Written by Sarah-Anne
The very first complete set of scenery I made for a gaming table, the town of White Sands was to be an outpost town in Malifaux, but could be used anytime you wanted a Wild West-esque themed terrain set. It was an experiment piece for me as I really wanted to test out inexpensive and readily-available building materials, in this case, Popsicle sticks.
When I first started playing Malifaux I was surprised to find it was not the Eldritch Horror aesthetics that most appealed to me, it was the gosh-darn cowboys. Cowboys! The idea I could play with a rag-tag group of outlaws sounded like so much fun, and I just knew the first set of scenery I created for the game had to be the perfect backdrop for Parker Barrows and his crew.
Enter White Sands. A little nod to my own home town of Penetanguishene, which in the native Ouendat language means Place of the White Rolling Sands. It began with a single farm house and outbuildings, which were made of differently textured styrene sheets on a base of blue foam insulation. The various barrels and other details were cast from plaster, a gift from another great creator in our local hobby group. I used aerosol hairspray between paint layers to give the weathering effect, which turned out to be an easy but effective way to mimic peeling paint. I plan on making a tutorial on that soon.
Though I really liked the end results, the sheer quantity of styrene sheets required would soon become cost prohibitive if I wanted to build an entire town. So I decided to give another material a try: Popsicle sticks.
Now these aren't collected from actual Popsicles but are now sold as 'craft sticks' at my local dollar store. Regardless, you can purchase around 100 sticks for $1.25 CND, so it will really cut down on the overall material cost. I started using PVA glue to attach together, but the time it took to dry (and the difficulty holding them together until they did dry) proved very frustrating and I soon gave up for hot glue. I knew the bonds wouldn't be as stable, but I needed something that would attach the sticks together quickly. I had a LOT of sticks to add!
While the main structures and siding were made from the Popsicle sticks, I did use the leftover styrene sheets and rods I had lying around for the roofs and front porch details. More plaster sacks and barrels also added extra details, and drying 'clothes' were made from sheets of heavy paper coated with PVA glue.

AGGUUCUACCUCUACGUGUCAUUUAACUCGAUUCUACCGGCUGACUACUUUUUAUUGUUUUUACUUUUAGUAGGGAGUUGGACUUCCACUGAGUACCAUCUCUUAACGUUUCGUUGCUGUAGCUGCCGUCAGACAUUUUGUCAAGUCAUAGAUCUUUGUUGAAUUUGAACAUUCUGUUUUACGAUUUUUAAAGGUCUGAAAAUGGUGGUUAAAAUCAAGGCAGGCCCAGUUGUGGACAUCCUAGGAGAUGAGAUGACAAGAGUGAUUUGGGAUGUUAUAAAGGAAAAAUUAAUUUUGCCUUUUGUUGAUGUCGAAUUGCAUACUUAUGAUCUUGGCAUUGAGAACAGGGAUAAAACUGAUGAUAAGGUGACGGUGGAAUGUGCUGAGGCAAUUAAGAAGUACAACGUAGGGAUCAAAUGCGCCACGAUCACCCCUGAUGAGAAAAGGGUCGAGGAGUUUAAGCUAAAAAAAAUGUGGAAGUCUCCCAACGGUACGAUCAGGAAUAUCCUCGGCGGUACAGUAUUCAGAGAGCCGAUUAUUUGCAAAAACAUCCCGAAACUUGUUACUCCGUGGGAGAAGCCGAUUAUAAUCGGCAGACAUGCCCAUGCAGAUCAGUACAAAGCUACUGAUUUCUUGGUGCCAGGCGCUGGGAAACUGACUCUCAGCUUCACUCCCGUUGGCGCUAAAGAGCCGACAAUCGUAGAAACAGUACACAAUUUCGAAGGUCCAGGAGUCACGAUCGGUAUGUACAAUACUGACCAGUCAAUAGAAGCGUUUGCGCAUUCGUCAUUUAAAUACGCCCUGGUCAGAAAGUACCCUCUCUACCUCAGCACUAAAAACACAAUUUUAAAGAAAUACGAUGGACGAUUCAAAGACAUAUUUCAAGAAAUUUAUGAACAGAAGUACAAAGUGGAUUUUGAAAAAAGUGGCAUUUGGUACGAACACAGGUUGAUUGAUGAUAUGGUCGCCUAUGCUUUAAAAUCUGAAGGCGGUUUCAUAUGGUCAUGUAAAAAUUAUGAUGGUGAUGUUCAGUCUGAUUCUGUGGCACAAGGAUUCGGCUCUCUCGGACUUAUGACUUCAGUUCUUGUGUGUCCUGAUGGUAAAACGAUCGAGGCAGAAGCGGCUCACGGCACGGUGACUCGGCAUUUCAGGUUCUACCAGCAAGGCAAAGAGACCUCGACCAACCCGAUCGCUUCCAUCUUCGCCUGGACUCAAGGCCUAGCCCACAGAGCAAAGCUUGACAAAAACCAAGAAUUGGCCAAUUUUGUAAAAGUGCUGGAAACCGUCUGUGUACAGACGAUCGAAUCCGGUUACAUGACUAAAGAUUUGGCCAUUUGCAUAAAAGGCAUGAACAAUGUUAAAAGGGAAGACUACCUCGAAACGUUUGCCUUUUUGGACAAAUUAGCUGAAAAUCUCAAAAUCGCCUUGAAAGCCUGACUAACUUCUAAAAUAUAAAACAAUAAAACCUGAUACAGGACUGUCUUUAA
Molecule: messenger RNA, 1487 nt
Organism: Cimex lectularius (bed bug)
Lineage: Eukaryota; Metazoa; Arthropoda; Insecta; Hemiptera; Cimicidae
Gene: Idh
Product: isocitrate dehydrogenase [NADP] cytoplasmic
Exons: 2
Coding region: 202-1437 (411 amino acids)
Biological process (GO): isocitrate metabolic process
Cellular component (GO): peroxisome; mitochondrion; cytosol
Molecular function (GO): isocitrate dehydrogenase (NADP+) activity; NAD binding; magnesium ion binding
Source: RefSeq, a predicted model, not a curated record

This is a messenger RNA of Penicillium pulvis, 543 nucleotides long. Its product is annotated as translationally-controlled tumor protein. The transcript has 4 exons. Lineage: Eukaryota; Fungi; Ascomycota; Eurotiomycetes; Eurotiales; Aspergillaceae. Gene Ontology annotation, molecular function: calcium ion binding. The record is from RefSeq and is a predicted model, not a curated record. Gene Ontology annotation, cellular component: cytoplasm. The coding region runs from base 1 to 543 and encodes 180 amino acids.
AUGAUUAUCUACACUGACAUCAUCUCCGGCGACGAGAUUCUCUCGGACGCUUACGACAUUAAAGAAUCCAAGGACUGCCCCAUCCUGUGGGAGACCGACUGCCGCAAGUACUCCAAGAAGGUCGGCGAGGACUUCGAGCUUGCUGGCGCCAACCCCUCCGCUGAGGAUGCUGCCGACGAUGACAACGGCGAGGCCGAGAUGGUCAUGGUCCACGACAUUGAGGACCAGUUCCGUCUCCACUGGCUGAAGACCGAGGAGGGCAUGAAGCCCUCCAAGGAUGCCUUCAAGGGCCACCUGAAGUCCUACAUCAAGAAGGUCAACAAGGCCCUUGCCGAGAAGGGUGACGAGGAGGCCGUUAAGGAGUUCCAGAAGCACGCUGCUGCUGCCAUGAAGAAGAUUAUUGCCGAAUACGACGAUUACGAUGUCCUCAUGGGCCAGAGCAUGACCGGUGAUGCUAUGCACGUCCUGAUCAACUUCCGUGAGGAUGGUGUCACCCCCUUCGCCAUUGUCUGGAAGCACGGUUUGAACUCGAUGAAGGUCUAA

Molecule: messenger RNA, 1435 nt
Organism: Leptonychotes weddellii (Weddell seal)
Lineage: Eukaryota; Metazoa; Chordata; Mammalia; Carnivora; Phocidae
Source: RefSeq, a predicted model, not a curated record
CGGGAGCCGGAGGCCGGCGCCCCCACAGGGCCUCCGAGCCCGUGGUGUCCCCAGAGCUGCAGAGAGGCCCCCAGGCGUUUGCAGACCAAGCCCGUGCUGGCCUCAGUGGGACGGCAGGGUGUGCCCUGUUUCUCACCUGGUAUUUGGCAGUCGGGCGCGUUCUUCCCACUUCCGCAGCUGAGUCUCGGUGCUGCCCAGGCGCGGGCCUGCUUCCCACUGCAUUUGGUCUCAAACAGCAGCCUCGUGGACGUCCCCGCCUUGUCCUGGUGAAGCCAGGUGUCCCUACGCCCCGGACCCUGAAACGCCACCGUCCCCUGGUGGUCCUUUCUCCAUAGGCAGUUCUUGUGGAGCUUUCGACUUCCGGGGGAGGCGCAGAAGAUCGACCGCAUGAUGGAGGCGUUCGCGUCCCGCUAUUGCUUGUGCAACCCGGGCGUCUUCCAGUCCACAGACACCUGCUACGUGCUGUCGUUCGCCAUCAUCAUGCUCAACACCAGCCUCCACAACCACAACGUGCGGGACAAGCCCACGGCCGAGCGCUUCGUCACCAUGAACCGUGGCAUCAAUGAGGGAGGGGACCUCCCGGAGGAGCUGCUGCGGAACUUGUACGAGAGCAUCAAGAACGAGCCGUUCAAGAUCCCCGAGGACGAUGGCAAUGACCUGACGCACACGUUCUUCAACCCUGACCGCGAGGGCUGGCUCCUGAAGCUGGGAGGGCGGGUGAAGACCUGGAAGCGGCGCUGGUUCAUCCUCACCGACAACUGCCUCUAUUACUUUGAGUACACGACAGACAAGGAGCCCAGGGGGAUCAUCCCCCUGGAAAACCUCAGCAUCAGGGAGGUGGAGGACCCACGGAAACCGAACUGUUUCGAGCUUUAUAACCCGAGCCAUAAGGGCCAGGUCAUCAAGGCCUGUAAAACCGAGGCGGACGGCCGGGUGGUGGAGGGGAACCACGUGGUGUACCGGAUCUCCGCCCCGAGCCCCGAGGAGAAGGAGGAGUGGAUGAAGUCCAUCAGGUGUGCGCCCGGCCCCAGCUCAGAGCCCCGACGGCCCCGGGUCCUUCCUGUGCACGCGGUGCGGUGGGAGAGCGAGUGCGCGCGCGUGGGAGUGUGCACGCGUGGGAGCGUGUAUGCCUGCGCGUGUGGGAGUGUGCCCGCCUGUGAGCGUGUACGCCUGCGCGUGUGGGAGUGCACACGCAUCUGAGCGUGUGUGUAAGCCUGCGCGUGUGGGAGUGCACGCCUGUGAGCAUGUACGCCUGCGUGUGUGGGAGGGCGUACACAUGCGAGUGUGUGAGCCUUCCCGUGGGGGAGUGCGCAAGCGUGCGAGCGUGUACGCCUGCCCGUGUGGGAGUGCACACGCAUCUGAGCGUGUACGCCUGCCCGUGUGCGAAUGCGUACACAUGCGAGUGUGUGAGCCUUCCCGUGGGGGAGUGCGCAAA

While I did like the look of the ground built up around the original homestead buildings, I knew it would limit what play mat or other gaming table type I used and opted to not make a base (other than the wooden front porch/sidewalk) for the remainder of the town. That way I could place them on the badlands gaming mat I had, or any other type of scenery that we felt like for the next game.
In addition to the buildings of the town itself, I also made a few other pieces to add more flavour to the gaming surface.
I felt all good Malifaux tables needed a Hanging Tree, and White Sands was no different. Inspired by the Tree of the Dead in Tim Burton's Sleepy Hollow, I made the core from wire and blue foam insulation, and the bark from wrapped 'worms' made of Greenstuff to give that warped and creepy feel. The branches were cut from metal tree armatures, and I even left a hole at the base to insert the required skulls (as all good creepy trees need!). The noose was made from fine lace-weight wool, stiffened with PVA glue.
For more pieces to add to the homestead I made a windmill from scrap styrene, as well as a water tower. A lone angel tombstone was added to mark the entrance of the town, and it was complete!
This set of terrain was the first completed set I made and I am very happy with how it turned out. That being said, I've discovered a few things that I had to chance/fix once the set saw actual gameplay.
Because the scenery is carted between home and our LGS, the hot glue (as expected) has not held up well to the constant jostling. As boards and sections come loose, I've been using PL Premium to re-glue them to a much better result.
I also discovered that though the buildings provide excellent concealing cover and different vantage points for line of sight, the overall gaming table does require smaller scatter terrain. I plan on adding 'destructible' wooden crates and piles of hay bales, and a few movable wagons and carts.
Overall though these buildings were a great success, and fairly inexpensive to craft. I hope they serve as inspiration for your own next project, and would love to see what you create in the comments!